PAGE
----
Even though the topic of Wednesday night’s Bourbon Salon was “Women in Distilling,” and the panel featured three extraordinary examples of women in lead roles at distilleries, the subject of gender only came up once — and even then, it disappeared faster than the bourbon in everyone’s glass.
Led by the bourbon author and expert Michael Veach, Bourbon Salons are held every other month at Oxmoor Farm and serve as a fundraiser for the historic site. Veach selects the topic each session and serves as the moderator.
So it was no surprise on Wednesday, with the topic in mind, that he led with question: “What’s the hardest thing about being a woman in the distilling industry?”
His panelists included Marianne Eaves (formerly Barnes) of Castle & Key Distillery, Joyce Nethery of Jeptha Creed Distillery, and Lisa Wicker of Samson & Surrey (makers of Widow Jane bourbon and others).
Nethery took the first swing.
“I don’t really think of myself as being a woman in the bourbon industry,” she said. “Before I was in distilling, I was in chemical engineering, and there I was also one of the few, few women in the plant. At the time, I never thought of myself as the woman in the room — I thought of myself as the engineer in the room. So I’ve carried that philosophy into the bourbon industry. I just don’t really think about being a woman.”
And Eaves stepped up to the plate next.
“I would echo that completely,” she said. “I got my start in chemical engineering school, which was very male-dominated. Like Joyce, I never really thought of myself as the only woman in the room, although I’ve been in that circumstance many times.”
After Wicker shared her experience starting out in the male-dominated wine industry and also agreed that gender hasn’t been much of factor for her, Veach summed up the sentiments best when he said: “It shouldn’t matter whether you’re a man or a woman. As long as you make a damn good whiskey, who cares?”
The rest of the 90-minute conversation touched on many topics important to the distillers — from using locally produced heirloom grains to innovation to what drives them in the bourbon business. And the session — like all Bourbon Salons — included samples of bourbon each panelist brought for the more than two-dozen guests and a sample of a vintage bottle from Oxmoor’s estate.
Eaves brought Russell’s Reserve, Nethery brought Woodford Reserve, Wicker brought her Widow Jane bourbon, and the vintage bottle was an Old Taylor from the late 1960s, fitting since Eaves’ new distillery is at the site of the former E.H. Taylor Distillery (although that brand currently is put out by Buffalo Trace).
Eaves chose a Wild Turkey product because of a conversation she had a few years ago with Master Distiller Eddie Russell. It was during the Bourbon Classic, and she had just left Brown-Forman as master taster to head up the new Castle & Key Distillery.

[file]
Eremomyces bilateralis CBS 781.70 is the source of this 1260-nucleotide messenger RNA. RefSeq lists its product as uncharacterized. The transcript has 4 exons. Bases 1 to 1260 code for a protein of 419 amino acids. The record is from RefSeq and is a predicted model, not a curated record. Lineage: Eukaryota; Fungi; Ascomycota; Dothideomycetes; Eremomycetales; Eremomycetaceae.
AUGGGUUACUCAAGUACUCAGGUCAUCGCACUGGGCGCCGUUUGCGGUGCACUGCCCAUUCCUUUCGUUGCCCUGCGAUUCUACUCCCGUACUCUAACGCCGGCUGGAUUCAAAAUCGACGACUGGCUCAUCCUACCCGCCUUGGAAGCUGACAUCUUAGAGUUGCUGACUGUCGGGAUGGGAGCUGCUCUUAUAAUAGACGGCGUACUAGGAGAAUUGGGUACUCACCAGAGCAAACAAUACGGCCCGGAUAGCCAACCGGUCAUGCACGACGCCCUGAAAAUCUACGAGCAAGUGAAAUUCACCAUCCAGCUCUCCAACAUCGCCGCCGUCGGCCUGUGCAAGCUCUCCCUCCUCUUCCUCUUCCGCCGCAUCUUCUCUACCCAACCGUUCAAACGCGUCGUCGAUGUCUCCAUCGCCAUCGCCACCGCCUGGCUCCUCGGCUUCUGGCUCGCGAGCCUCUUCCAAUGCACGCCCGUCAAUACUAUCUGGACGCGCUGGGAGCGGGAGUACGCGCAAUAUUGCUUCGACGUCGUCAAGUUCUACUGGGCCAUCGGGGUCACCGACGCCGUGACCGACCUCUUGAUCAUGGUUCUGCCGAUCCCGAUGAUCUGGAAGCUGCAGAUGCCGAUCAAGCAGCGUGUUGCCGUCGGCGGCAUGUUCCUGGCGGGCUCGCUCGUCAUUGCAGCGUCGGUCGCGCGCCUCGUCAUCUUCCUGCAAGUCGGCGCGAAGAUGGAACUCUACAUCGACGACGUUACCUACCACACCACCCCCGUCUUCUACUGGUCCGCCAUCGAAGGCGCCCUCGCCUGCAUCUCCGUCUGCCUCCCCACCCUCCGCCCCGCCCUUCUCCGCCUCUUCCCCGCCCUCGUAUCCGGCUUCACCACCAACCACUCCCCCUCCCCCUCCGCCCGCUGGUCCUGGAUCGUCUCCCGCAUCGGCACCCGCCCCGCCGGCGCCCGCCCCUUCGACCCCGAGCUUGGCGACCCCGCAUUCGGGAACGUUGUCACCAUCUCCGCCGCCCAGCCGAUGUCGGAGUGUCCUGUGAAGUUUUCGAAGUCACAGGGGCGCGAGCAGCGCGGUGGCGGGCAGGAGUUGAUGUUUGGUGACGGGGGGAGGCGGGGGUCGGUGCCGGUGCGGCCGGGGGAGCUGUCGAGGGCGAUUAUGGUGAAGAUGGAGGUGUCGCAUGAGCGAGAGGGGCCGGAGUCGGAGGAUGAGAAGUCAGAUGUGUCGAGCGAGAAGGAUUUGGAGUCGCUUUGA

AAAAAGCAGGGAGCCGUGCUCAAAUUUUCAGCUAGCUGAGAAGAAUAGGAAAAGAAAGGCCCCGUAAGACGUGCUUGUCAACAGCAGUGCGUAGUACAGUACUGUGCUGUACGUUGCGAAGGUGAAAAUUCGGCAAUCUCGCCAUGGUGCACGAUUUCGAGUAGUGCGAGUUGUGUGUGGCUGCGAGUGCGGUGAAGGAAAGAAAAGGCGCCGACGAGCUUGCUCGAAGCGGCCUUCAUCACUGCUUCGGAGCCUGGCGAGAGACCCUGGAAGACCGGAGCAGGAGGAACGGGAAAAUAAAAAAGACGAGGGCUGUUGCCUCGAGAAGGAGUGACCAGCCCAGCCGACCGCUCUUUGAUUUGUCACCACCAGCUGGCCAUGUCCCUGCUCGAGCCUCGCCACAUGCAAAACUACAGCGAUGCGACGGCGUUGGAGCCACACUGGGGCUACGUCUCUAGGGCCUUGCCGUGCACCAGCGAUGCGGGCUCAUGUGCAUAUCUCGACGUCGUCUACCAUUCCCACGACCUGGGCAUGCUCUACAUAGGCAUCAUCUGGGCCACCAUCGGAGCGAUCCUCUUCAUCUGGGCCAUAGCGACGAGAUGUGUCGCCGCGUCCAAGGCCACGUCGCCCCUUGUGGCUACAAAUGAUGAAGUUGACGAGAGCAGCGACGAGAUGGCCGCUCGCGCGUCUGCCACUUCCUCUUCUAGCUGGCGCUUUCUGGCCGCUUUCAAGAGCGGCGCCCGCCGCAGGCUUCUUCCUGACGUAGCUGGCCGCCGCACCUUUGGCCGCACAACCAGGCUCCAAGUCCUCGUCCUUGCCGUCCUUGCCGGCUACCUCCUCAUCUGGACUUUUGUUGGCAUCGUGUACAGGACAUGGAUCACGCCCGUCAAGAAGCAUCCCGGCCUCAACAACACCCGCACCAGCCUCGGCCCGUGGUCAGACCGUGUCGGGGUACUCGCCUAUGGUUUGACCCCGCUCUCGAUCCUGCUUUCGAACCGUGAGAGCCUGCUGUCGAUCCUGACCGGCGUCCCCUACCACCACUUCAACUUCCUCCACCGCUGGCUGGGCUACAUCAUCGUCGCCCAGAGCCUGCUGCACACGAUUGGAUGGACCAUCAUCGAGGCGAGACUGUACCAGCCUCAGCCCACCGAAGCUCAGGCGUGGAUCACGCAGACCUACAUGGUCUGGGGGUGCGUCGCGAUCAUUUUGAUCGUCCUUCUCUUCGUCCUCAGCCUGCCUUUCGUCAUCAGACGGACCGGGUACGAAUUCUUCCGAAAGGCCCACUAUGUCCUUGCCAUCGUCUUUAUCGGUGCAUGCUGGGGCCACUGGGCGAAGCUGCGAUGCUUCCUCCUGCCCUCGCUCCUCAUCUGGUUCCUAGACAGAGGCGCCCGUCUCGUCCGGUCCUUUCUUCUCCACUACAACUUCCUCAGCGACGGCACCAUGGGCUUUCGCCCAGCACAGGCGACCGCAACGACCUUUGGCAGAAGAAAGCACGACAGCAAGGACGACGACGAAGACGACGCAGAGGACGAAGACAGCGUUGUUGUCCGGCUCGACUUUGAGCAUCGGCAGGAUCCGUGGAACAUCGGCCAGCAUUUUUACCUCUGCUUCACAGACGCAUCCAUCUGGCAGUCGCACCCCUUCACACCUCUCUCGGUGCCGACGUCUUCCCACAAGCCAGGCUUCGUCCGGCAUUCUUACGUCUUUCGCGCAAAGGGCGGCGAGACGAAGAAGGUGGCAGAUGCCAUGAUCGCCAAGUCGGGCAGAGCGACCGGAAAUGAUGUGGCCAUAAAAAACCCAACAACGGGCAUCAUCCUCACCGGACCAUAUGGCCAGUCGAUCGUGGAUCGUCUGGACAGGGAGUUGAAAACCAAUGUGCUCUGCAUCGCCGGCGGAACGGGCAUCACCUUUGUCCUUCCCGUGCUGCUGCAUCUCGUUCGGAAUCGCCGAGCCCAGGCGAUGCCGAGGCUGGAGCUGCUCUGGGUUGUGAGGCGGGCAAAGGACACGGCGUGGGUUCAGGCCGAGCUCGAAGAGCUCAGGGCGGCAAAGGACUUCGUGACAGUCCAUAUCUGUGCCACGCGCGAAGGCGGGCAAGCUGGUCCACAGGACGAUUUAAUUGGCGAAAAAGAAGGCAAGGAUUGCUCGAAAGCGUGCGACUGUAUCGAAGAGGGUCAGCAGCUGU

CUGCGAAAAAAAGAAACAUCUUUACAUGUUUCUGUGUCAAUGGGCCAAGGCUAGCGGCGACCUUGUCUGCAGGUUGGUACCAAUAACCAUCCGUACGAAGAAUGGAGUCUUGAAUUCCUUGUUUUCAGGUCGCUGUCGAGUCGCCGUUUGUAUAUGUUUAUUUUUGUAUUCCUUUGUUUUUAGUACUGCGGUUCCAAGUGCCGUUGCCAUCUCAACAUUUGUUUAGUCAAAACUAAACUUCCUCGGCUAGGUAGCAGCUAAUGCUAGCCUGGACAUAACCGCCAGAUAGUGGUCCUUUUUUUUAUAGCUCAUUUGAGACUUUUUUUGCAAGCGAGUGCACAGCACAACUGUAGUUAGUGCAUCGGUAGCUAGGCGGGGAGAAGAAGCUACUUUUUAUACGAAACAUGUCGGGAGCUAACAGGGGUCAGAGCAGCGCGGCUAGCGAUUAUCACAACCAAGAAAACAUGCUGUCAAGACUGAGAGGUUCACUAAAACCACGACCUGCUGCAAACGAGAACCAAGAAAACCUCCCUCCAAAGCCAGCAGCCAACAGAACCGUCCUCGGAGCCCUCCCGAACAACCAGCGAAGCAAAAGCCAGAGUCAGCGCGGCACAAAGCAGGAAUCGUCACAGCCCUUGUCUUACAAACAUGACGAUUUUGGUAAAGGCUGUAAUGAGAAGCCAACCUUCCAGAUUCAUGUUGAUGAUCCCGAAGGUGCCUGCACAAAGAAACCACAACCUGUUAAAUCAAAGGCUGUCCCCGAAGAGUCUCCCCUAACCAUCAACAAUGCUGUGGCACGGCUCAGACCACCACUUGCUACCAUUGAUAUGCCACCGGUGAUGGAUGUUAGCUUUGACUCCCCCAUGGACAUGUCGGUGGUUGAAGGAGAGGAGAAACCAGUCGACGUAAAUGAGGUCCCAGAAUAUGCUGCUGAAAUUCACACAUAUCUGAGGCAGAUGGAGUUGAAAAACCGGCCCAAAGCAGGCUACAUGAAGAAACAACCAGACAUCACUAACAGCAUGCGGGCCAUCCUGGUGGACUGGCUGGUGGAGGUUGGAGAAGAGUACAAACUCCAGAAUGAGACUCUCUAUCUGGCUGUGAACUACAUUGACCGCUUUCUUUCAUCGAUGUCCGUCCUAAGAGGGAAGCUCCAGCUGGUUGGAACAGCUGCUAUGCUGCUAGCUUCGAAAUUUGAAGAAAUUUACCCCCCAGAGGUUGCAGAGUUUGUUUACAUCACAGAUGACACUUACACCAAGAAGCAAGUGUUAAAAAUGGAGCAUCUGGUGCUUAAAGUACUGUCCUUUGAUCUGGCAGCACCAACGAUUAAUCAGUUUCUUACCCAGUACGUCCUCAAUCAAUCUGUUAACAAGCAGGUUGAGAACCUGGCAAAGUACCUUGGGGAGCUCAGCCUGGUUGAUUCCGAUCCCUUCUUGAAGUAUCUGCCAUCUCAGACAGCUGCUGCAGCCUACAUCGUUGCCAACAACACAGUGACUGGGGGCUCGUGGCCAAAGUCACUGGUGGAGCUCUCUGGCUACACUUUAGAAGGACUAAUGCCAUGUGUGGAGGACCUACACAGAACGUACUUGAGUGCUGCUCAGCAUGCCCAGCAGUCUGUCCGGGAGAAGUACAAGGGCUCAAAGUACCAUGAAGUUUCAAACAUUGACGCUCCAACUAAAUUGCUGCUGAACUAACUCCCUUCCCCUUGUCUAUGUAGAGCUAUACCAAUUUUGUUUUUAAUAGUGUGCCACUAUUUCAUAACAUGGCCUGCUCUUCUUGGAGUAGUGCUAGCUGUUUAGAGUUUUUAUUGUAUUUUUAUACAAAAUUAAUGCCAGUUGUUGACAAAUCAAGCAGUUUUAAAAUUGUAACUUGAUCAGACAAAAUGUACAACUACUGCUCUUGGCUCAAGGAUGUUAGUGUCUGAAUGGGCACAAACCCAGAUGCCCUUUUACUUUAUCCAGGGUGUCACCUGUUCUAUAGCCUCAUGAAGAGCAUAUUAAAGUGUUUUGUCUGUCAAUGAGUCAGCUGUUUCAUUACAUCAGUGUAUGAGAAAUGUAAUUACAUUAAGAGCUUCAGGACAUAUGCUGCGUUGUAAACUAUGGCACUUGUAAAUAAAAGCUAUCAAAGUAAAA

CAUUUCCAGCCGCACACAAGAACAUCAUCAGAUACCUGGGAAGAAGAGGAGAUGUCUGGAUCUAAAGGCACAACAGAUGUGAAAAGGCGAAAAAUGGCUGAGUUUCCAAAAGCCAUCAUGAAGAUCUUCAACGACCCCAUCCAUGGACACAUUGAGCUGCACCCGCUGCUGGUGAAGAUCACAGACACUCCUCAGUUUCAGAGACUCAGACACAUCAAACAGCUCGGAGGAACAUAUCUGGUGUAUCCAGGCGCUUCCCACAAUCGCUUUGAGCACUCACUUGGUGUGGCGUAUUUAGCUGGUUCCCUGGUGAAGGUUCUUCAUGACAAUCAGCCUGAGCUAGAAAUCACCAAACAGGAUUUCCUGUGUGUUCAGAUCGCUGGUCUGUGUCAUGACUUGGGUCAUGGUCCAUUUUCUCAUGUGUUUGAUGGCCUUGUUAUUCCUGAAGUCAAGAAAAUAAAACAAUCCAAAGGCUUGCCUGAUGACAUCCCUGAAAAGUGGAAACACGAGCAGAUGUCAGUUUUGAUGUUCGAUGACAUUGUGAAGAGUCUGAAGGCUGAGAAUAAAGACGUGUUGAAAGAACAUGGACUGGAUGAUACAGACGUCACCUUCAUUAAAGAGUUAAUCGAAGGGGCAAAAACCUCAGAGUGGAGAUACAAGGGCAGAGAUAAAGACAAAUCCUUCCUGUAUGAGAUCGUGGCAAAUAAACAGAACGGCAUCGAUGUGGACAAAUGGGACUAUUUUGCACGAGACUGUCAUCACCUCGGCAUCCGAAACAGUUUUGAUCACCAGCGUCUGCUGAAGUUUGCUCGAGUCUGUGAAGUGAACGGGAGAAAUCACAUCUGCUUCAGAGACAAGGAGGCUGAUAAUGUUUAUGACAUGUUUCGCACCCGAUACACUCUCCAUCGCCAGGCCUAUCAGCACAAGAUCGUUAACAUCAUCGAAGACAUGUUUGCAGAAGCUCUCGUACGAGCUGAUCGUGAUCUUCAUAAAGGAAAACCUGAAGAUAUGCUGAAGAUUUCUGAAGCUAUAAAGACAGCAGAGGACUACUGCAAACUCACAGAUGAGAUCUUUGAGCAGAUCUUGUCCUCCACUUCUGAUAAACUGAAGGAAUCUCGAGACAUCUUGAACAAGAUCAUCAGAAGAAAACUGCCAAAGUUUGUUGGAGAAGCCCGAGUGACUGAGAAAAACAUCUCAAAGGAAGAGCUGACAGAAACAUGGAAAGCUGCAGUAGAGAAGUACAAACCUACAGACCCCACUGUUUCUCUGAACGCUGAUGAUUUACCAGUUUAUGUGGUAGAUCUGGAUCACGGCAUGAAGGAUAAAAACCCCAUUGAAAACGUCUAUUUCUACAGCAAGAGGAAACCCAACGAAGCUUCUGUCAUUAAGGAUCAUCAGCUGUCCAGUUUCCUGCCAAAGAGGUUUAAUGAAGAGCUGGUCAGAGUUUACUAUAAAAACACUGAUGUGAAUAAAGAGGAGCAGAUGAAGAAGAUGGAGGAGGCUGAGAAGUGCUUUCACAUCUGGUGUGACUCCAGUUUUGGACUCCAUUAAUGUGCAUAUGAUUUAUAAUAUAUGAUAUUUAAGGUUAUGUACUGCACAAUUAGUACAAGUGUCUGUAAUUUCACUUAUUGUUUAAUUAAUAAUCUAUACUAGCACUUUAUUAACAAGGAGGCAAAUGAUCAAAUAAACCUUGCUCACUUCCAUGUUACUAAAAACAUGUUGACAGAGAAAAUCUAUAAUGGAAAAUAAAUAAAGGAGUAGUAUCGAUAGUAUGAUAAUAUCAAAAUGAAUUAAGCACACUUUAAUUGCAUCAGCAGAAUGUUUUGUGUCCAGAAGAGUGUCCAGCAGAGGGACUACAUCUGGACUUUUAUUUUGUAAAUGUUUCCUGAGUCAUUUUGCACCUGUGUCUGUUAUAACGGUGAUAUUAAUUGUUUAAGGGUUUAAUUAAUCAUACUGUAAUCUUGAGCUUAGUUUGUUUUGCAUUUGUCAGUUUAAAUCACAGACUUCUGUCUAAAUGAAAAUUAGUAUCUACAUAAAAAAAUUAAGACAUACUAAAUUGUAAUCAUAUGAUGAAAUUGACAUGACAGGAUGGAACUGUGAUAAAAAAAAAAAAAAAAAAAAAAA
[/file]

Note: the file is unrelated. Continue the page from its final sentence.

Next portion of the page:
Russell told Eaves his father (Jimmy Russell) was at first very surprised she left Brown-Forman to do her own thing. And then he realized she was just doing what every master distiller wants to do — build a brand, start a distillery, shape their own legacy from the ground up.
“That really touched me,” said Eaves.
Nethery chose to share Woodford Reserve with the attendees because it was her family’s “gateway bourbon,” she joked.
When Nethery and her husband decided to build a distillery in Shelbyville, they wanted to make sure at least one of their two children was on board as well. So they took their oldest, Autumn, to the Woodford Reserve Distillery in Versailles for a tour and tasting.
“The people were so nice and so accommodating, and they talked directly to her,” said Nethery. “Woodford convinced Autumn this was the industry she needed to be in, so I give a toast to them.”
Autumn Nethery works as the marketing manager of Jeptha Creed, right alongside her mother.
Finally, Wicker brought a bottle of Widow Jane 10 Year Straight Bourbon, which is one of the products she’ll be distilling for Samson & Surrey. Wicker is based in Bardstown but travels often to the Brooklyn distillery where the product is made.
Her background includes distilling at Huber’s, Limestone Branch and Mount Vernon, among others.
Both Eaves and Nethery started distilling around the same time, so both have bourbons and whiskeys currently aging. In the meantime, their distilleries are producing gins, vodkas and moonshines to let the aging process work its magic on their brown spirits.
Nethery said she’ll have a straight Kentucky bourbon release (two years old) next year, while Eaves is waiting until the four-year mark to honor Col. Taylor’s legacy for Bottled-in-Bond products. Meanwhile, Wicker is traveling all over the country to distill several brands in various styles.
As the conversation came to tasting and enjoying their young distillate and watching how it ages over the years — an important and exciting part of a distiller’s job — Veach gave some sound advice to the panel.
“Julian Van Winkle once told me that he believes whiskey aging is not a straight line, it’s a wave. It’ll go up, come back down, and go up again,” he said. “With your new products, you should expect some downward waves.”
The three women laughed, and Nethery even covered her ears.
“Absolutely,” added Eaves. “It’s just like raising a kid — sometimes they get weird before they get better.”
The next Bourbon Salon will be held on Wednesday, Oct. 3, at Oxmoor Farm, 720 Oxmoor Ave. The sessions run from 6:30-8:30 p.m., and admission is $75. The topic is bourbon cocktails, and panelists include the author Susan Reigler and the mixologist Susie Hoyt (Silver Dollar, The Pearl).